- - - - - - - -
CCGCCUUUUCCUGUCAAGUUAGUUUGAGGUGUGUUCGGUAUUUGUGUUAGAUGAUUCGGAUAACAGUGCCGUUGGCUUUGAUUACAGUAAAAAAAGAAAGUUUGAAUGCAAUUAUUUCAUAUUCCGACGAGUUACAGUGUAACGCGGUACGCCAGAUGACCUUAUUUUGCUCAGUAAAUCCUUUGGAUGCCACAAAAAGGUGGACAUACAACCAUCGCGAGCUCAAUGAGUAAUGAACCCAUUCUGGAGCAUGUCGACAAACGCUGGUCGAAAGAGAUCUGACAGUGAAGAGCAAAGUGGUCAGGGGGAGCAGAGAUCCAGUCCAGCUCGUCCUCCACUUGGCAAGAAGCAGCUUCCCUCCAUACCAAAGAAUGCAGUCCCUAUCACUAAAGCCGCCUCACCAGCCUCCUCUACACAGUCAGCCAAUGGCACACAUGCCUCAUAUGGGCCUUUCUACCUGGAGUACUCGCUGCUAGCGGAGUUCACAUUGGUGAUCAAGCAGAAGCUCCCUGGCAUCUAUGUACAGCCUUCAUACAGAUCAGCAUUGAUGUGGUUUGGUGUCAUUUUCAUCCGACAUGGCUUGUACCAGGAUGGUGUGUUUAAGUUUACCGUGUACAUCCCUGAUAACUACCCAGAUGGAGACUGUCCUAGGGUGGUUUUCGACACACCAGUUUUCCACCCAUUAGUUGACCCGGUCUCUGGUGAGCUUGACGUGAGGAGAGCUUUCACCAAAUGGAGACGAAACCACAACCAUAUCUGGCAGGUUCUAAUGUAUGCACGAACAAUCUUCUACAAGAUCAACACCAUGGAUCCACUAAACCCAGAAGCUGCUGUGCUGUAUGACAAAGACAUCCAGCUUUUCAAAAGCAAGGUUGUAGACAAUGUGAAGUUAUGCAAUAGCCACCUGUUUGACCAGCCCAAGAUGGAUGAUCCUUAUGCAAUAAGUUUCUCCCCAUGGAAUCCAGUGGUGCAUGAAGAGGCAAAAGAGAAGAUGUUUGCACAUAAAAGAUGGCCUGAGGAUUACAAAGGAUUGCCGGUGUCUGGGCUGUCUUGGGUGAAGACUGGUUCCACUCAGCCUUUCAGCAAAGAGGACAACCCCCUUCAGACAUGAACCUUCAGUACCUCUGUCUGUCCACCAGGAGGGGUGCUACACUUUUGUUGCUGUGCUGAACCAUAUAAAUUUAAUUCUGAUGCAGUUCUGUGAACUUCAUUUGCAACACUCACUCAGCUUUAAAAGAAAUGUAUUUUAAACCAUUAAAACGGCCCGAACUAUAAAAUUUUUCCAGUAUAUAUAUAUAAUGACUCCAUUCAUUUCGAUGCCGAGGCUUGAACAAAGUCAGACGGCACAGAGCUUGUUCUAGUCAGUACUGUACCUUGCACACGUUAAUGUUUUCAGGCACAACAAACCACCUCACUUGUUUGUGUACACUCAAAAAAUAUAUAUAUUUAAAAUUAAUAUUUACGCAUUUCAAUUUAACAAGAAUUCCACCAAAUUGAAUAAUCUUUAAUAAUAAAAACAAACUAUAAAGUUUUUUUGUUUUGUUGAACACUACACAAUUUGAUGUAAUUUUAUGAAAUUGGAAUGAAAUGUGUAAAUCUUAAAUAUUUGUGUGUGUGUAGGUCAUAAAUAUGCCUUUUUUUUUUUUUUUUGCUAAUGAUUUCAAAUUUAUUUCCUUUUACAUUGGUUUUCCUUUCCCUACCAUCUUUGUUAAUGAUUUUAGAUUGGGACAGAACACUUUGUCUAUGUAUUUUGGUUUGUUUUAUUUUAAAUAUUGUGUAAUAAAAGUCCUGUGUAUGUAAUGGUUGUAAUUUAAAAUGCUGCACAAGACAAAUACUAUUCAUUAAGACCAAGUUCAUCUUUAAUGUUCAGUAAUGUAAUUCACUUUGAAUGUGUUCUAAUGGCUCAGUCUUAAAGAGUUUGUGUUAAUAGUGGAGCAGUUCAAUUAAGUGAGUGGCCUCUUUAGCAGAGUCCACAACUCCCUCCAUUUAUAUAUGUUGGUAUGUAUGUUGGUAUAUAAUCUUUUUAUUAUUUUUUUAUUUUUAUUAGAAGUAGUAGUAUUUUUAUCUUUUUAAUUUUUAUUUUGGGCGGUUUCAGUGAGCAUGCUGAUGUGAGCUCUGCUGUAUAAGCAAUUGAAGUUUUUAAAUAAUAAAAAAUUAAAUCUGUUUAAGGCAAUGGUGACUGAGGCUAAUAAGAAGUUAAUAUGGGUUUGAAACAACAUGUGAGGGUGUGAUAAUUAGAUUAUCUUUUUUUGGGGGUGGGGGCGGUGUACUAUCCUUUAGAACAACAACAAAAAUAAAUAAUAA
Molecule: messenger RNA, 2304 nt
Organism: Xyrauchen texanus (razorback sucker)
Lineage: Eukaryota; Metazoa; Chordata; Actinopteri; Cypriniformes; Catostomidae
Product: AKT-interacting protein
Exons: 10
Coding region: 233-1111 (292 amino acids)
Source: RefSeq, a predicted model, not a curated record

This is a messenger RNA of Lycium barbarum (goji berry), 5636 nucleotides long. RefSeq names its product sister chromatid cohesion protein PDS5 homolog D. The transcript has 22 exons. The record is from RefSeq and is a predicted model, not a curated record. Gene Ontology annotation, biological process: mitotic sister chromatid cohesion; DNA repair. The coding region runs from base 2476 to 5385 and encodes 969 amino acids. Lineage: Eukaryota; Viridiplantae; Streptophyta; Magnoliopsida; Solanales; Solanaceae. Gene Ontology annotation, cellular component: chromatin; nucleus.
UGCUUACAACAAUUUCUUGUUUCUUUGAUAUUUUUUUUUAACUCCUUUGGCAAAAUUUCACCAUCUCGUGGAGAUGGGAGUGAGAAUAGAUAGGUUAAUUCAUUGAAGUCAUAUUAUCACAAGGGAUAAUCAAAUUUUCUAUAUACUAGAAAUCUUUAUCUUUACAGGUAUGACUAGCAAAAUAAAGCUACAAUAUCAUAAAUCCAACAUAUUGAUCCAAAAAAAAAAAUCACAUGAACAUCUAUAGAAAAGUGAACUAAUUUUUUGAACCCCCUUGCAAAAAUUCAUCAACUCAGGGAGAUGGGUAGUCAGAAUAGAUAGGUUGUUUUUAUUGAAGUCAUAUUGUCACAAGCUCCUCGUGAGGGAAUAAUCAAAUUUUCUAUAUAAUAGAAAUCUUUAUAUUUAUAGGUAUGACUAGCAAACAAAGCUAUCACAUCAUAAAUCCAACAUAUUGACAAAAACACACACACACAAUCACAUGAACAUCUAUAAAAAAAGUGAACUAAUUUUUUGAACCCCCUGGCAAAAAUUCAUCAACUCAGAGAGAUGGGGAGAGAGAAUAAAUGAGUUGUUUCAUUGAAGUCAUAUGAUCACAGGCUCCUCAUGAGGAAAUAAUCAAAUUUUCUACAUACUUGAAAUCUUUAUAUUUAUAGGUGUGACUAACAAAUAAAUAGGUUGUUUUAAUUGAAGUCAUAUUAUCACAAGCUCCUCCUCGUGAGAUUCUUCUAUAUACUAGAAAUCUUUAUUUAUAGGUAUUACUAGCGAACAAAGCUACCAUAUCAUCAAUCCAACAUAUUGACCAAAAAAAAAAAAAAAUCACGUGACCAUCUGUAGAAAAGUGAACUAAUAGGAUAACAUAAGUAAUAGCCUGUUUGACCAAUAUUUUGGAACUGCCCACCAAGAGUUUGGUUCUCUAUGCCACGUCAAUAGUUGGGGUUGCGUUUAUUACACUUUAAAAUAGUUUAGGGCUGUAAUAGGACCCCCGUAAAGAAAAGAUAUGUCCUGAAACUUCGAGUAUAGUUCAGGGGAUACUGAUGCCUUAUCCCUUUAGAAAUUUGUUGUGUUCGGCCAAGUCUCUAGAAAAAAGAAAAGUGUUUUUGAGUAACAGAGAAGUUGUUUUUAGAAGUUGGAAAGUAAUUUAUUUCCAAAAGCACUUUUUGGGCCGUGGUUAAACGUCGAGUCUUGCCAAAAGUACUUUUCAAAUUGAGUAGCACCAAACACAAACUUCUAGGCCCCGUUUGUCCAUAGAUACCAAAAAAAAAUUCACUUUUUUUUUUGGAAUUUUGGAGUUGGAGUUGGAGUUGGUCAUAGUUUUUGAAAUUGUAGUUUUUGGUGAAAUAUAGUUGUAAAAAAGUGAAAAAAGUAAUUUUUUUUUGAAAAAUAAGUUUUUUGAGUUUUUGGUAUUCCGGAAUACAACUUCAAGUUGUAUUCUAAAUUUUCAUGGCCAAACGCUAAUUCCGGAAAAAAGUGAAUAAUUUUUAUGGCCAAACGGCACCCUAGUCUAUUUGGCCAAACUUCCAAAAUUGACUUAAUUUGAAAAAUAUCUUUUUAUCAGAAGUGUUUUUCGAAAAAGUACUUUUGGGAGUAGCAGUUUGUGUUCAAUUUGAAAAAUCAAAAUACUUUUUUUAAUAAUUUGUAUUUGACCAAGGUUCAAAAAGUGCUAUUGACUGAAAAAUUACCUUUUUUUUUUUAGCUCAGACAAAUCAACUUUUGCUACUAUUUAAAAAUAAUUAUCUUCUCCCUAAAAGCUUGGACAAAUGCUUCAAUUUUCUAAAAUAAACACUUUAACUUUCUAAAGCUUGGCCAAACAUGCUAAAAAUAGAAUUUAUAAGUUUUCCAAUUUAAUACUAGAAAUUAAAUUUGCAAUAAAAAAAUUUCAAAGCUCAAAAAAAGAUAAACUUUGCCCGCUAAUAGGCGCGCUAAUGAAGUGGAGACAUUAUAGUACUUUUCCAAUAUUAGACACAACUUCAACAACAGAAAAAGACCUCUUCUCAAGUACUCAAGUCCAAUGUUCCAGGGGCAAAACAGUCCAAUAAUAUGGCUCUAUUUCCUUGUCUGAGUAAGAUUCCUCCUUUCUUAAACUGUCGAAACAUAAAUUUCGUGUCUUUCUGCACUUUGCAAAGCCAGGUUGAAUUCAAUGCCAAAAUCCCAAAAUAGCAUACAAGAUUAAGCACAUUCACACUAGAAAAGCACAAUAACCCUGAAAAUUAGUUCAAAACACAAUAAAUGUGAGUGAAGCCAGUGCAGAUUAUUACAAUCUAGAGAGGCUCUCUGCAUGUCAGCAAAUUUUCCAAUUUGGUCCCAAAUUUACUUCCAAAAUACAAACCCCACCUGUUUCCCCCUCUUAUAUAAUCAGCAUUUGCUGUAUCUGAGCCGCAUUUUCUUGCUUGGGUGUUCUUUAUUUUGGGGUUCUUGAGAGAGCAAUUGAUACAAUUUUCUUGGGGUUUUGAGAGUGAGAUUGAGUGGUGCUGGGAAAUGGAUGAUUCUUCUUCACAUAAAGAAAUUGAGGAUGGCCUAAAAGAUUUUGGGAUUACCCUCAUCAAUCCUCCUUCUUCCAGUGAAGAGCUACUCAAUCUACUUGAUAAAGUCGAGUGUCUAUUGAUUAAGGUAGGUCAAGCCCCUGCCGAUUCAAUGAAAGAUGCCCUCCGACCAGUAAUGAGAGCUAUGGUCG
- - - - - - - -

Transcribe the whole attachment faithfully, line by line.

CCGCCUUUUCCUGUCAAGUUAGUUUGAGGUGUGUUCGGUAUUUGUGUUAGAUGAUUCGGAUAACAGUGCCGUUGGCUUUGAUUACAGUAAAAAAAGAAAGUUUGAAUGCAAUUAUUUCAUAUUCCGACGAGUUACAGUGUAACGCGGUACGCCAGAUGACCUUAUUUUGCUCAGUAAAUCCUUUGGAUGCCACAAAAAGGUGGACAUACAACCAUCGCGAGCUCAAUGAGUAAUGAACCCAUUCUGGAGCAUGUCGACAAACGCUGGUCGAAAGAGAUCUGACAGUGAAGAGCAAAGUGGUCAGGGGGAGCAGAGAUCCAGUCCAGCUCGUCCUCCACUUGGCAAGAAGCAGCUUCCCUCCAUACCAAAGAAUGCAGUCCCUAUCACUAAAGCCGCCUCACCAGCCUCCUCUACACAGUCAGCCAAUGGCACACAUGCCUCAUAUGGGCCUUUCUACCUGGAGUACUCGCUGCUAGCGGAGUUCACAUUGGUGAUCAAGCAGAAGCUCCCUGGCAUCUAUGUACAGCCUUCAUACAGAUCAGCAUUGAUGUGGUUUGGUGUCAUUUUCAUCCGACAUGGCUUGUACCAGGAUGGUGUGUUUAAGUUUACCGUGUACAUCCCUGAUAACUACCCAGAUGGAGACUGUCCUAGGGUGGUUUUCGACACACCAGUUUUCCACCCAUUAGUUGACCCGGUCUCUGGUGAGCUUGACGUGAGGAGAGCUUUCACCAAAUGGAGACGAAACCACAACCAUAUCUGGCAGGUUCUAAUGUAUGCACGAACAAUCUUCUACAAGAUCAACACCAUGGAUCCACUAAACCCAGAAGCUGCUGUGCUGUAUGACAAAGACAUCCAGCUUUUCAAAAGCAAGGUUGUAGACAAUGUGAAGUUAUGCAAUAGCCACCUGUUUGACCAGCCCAAGAUGGAUGAUCCUUAUGCAAUAAGUUUCUCCCCAUGGAAUCCAGUGGUGCAUGAAGAGGCAAAAGAGAAGAUGUUUGCACAUAAAAGAUGGCCUGAGGAUUACAAAGGAUUGCCGGUGUCUGGGCUGUCUUGGGUGAAGACUGGUUCCACUCAGCCUUUCAGCAAAGAGGACAACCCCCUUCAGACAUGAACCUUCAGUACCUCUGUCUGUCCACCAGGAGGGGUGCUACACUUUUGUUGCUGUGCUGAACCAUAUAAAUUUAAUUCUGAUGCAGUUCUGUGAACUUCAUUUGCAACACUCACUCAGCUUUAAAAGAAAUGUAUUUUAAACCAUUAAAACGGCCCGAACUAUAAAAUUUUUCCAGUAUAUAUAUAUAAUGACUCCAUUCAUUUCGAUGCCGAGGCUUGAACAAAGUCAGACGGCACAGAGCUUGUUCUAGUCAGUACUGUACCUUGCACACGUUAAUGUUUUCAGGCACAACAAACCACCUCACUUGUUUGUGUACACUCAAAAAAUAUAUAUAUUUAAAAUUAAUAUUUACGCAUUUCAAUUUAACAAGAAUUCCACCAAAUUGAAUAAUCUUUAAUAAUAAAAACAAACUAUAAAGUUUUUUUGUUUUGUUGAACACUACACAAUUUGAUGUAAUUUUAUGAAAUUGGAAUGAAAUGUGUAAAUCUUAAAUAUUUGUGUGUGUGUAGGUCAUAAAUAUGCCUUUUUUUUUUUUUUUUGCUAAUGAUUUCAAAUUUAUUUCCUUUUACAUUGGUUUUCCUUUCCCUACCAUCUUUGUUAAUGAUUUUAGAUUGGGACAGAACACUUUGUCUAUGUAUUUUGGUUUGUUUUAUUUUAAAUAUUGUGUAAUAAAAGUCCUGUGUAUGUAAUGGUUGUAAUUUAAAAUGCUGCACAAGACAAAUACUAUUCAUUAAGACCAAGUUCAUCUUUAAUGUUCAGUAAUGUAAUUCACUUUGAAUGUGUUCUAAUGGCUCAGUCUUAAAGAGUUUGUGUUAAUAGUGGAGCAGUUCAAUUAAGUGAGUGGCCUCUUUAGCAGAGUCCACAACUCCCUCCAUUUAUAUAUGUUGGUAUGUAUGUUGGUAUAUAAUCUUUUUAUUAUUUUUUUAUUUUUAUUAGAAGUAGUAGUAUUUUUAUCUUUUUAAUUUUUAUUUUGGGCGGUUUCAGUGAGCAUGCUGAUGUGAGCUCUGCUGUAUAAGCAAUUGAAGUUUUUAAAUAAUAAAAAAUUAAAUCUGUUUAAGGCAAUGGUGACUGAGGCUAAUAAGAAGUUAAUAUGGGUUUGAAACAACAUGUGAGGGUGUGAUAAUUAGAUUAUCUUUUUUUGGGGGUGGGGGCGGUGUACUAUCCUUUAGAACAACAACAAAAAUAAAUAAUAA
Molecule: messenger RNA, 2304 nt
Organism: Xyrauchen texanus (razorback sucker)
Lineage: Eukaryota; Metazoa; Chordata; Actinopteri; Cypriniformes; Catostomidae
Product: AKT-interacting protein
Exons: 10
Coding region: 233-1111 (292 amino acids)
Source: RefSeq, a predicted model, not a curated record

This is a messenger RNA of Lycium barbarum (goji berry), 5636 nucleotides long. RefSeq names its product sister chromatid cohesion protein PDS5 homolog D. The transcript has 22 exons. The record is from RefSeq and is a predicted model, not a curated record. Gene Ontology annotation, biological process: mitotic sister chromatid cohesion; DNA repair. The coding region runs from base 2476 to 5385 and encodes 969 amino acids. Lineage: Eukaryota; Viridiplantae; Streptophyta; Magnoliopsida; Solanales; Solanaceae. Gene Ontology annotation, cellular component: chromatin; nucleus.
UGCUUACAACAAUUUCUUGUUUCUUUGAUAUUUUUUUUUAACUCCUUUGGCAAAAUUUCACCAUCUCGUGGAGAUGGGAGUGAGAAUAGAUAGGUUAAUUCAUUGAAGUCAUAUUAUCACAAGGGAUAAUCAAAUUUUCUAUAUACUAGAAAUCUUUAUCUUUACAGGUAUGACUAGCAAAAUAAAGCUACAAUAUCAUAAAUCCAACAUAUUGAUCCAAAAAAAAAAAUCACAUGAACAUCUAUAGAAAAGUGAACUAAUUUUUUGAACCCCCUUGCAAAAAUUCAUCAACUCAGGGAGAUGGGUAGUCAGAAUAGAUAGGUUGUUUUUAUUGAAGUCAUAUUGUCACAAGCUCCUCGUGAGGGAAUAAUCAAAUUUUCUAUAUAAUAGAAAUCUUUAUAUUUAUAGGUAUGACUAGCAAACAAAGCUAUCACAUCAUAAAUCCAACAUAUUGACAAAAACACACACACACAAUCACAUGAACAUCUAUAAAAAAAGUGAACUAAUUUUUUGAACCCCCUGGCAAAAAUUCAUCAACUCAGAGAGAUGGGGAGAGAGAAUAAAUGAGUUGUUUCAUUGAAGUCAUAUGAUCACAGGCUCCUCAUGAGGAAAUAAUCAAAUUUUCUACAUACUUGAAAUCUUUAUAUUUAUAGGUGUGACUAACAAAUAAAUAGGUUGUUUUAAUUGAAGUCAUAUUAUCACAAGCUCCUCCUCGUGAGAUUCUUCUAUAUACUAGAAAUCUUUAUUUAUAGGUAUUACUAGCGAACAAAGCUACCAUAUCAUCAAUCCAACAUAUUGACCAAAAAAAAAAAAAAAUCACGUGACCAUCUGUAGAAAAGUGAACUAAUAGGAUAACAUAAGUAAUAGCCUGUUUGACCAAUAUUUUGGAACUGCCCACCAAGAGUUUGGUUCUCUAUGCCACGUCAAUAGUUGGGGUUGCGUUUAUUACACUUUAAAAUAGUUUAGGGCUGUAAUAGGACCCCCGUAAAGAAAAGAUAUGUCCUGAAACUUCGAGUAUAGUUCAGGGGAUACUGAUGCCUUAUCCCUUUAGAAAUUUGUUGUGUUCGGCCAAGUCUCUAGAAAAAAGAAAAGUGUUUUUGAGUAACAGAGAAGUUGUUUUUAGAAGUUGGAAAGUAAUUUAUUUCCAAAAGCACUUUUUGGGCCGUGGUUAAACGUCGAGUCUUGCCAAAAGUACUUUUCAAAUUGAGUAGCACCAAACACAAACUUCUAGGCCCCGUUUGUCCAUAGAUACCAAAAAAAAAUUCACUUUUUUUUUUGGAAUUUUGGAGUUGGAGUUGGAGUUGGUCAUAGUUUUUGAAAUUGUAGUUUUUGGUGAAAUAUAGUUGUAAAAAAGUGAAAAAAGUAAUUUUUUUUUGAAAAAUAAGUUUUUUGAGUUUUUGGUAUUCCGGAAUACAACUUCAAGUUGUAUUCUAAAUUUUCAUGGCCAAACGCUAAUUCCGGAAAAAAGUGAAUAAUUUUUAUGGCCAAACGGCACCCUAGUCUAUUUGGCCAAACUUCCAAAAUUGACUUAAUUUGAAAAAUAUCUUUUUAUCAGAAGUGUUUUUCGAAAAAGUACUUUUGGGAGUAGCAGUUUGUGUUCAAUUUGAAAAAUCAAAAUACUUUUUUUAAUAAUUUGUAUUUGACCAAGGUUCAAAAAGUGCUAUUGACUGAAAAAUUACCUUUUUUUUUUUAGCUCAGACAAAUCAACUUUUGCUACUAUUUAAAAAUAAUUAUCUUCUCCCUAAAAGCUUGGACAAAUGCUUCAAUUUUCUAAAAUAAACACUUUAACUUUCUAAAGCUUGGCCAAACAUGCUAAAAAUAGAAUUUAUAAGUUUUCCAAUUUAAUACUAGAAAUUAAAUUUGCAAUAAAAAAAUUUCAAAGCUCAAAAAAAGAUAAACUUUGCCCGCUAAUAGGCGCGCUAAUGAAGUGGAGACAUUAUAGUACUUUUCCAAUAUUAGACACAACUUCAACAACAGAAAAAGACCUCUUCUCAAGUACUCAAGUCCAAUGUUCCAGGGGCAAAACAGUCCAAUAAUAUGGCUCUAUUUCCUUGUCUGAGUAAGAUUCCUCCUUUCUUAAACUGUCGAAACAUAAAUUUCGUGUCUUUCUGCACUUUGCAAAGCCAGGUUGAAUUCAAUGCCAAAAUCCCAAAAUAGCAUACAAGAUUAAGCACAUUCACACUAGAAAAGCACAAUAACCCUGAAAAUUAGUUCAAAACACAAUAAAUGUGAGUGAAGCCAGUGCAGAUUAUUACAAUCUAGAGAGGCUCUCUGCAUGUCAGCAAAUUUUCCAAUUUGGUCCCAAAUUUACUUCCAAAAUACAAACCCCACCUGUUUCCCCCUCUUAUAUAAUCAGCAUUUGCUGUAUCUGAGCCGCAUUUUCUUGCUUGGGUGUUCUUUAUUUUGGGGUUCUUGAGAGAGCAAUUGAUACAAUUUUCUUGGGGUUUUGAGAGUGAGAUUGAGUGGUGCUGGGAAAUGGAUGAUUCUUCUUCACAUAAAGAAAUUGAGGAUGGCCUAAAAGAUUUUGGGAUUACCCUCAUCAAUCCUCCUUCUUCCAGUGAAGAGCUACUCAAUCUACUUGAUAAAGUCGAGUGUCUAUUGAUUAAGGUAGGUCAAGCCCCUGCCGAUUCAAUGAAAGAUGCCCUCCGACCAGUAAUGAGAGCUAUGGUCG